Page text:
Rapid Recovery Service would like to Urge EVERYONE To Keep Furnace Vents, and Meters Free Of Snow And Ice For Safety
Following all the heavy snowfall across much of Michigan, Consumers Energy has asked customers to keep safety in mind by making sure their gas furnace fresh air intake pipes and gas/electric meters are free of snow and ice.
“With the large amount of snow that fell over the past month, we have experienced in our travel, issues with no heat, particularly those who live in mobile homes where chimneys are located on top of flat roofs. Snow has piled up around and blocked many of these chimneys, which causes furnace pilot lights to go out, everyone really needs to rid the ice and snow out of blocked areas and clear the air passage to be safe” said Dave Norris, CEO & Qualifying Officer of Rapid Recovery Service.
Tips from the pros- Mobile Home customers: Safely clear snow away from mobile home rooftop chimneys, preferably by using a snow rake. The furnace can then be recycled and should operate properly.
High Efficiency Furnace customers: Make sure the fresh air intake pipes (typically two white plastic pipes that come out the side of the home) are free from drifting snow to prevent obstructions and improper operation.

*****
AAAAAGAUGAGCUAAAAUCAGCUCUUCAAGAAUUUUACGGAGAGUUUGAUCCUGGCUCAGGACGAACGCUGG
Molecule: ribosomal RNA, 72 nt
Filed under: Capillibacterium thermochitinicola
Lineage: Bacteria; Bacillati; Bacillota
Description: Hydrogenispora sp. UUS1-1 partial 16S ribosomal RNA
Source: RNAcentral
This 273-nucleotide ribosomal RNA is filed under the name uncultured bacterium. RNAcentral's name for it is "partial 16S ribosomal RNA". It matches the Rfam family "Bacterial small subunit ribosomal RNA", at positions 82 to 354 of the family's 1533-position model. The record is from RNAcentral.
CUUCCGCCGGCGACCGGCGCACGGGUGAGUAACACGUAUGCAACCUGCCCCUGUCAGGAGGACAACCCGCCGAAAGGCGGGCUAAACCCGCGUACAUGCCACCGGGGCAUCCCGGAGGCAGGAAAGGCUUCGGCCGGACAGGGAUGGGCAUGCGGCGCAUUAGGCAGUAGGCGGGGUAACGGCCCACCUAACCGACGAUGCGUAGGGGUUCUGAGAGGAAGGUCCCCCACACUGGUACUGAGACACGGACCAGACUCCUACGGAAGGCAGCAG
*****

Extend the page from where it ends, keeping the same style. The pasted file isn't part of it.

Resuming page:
Keep gas and electric meters clear of snow and ice. When snow and ice is allowed to build up it can become compacted and freeze, causing damage that interferes with proper operation of meters and related appliances. Snow should only be removed by hand, never with a shovel or power snow removal equipment.
Safe removal of snow and ice around chimneys, intake valves and meters can help prevent possible carbon monoxide (CO) poisoning. Carbon monoxide is a toxic gas that is colorless, odorless, tasteless and can be produced when appliances aren’t operating or venting properly.
Symptoms of carbon monoxide poisoning often mimic the flu and include headaches, nausea, fatigue, dizziness, shortness of breath, and stinging or burning of the eyes.
If any of these symptoms are experienced, leave the area immediately and call 911 or your local fire department for immediate help.
The best defense against carbon monoxide poisoning is to install an audible alarm that will sound if dangerous levels of carbon monoxide are present.
To help ensure the safety of everyone in the community during the #polarvortex is to try to keep sidewalks, stairways and gate areas free of snow and ice buildup.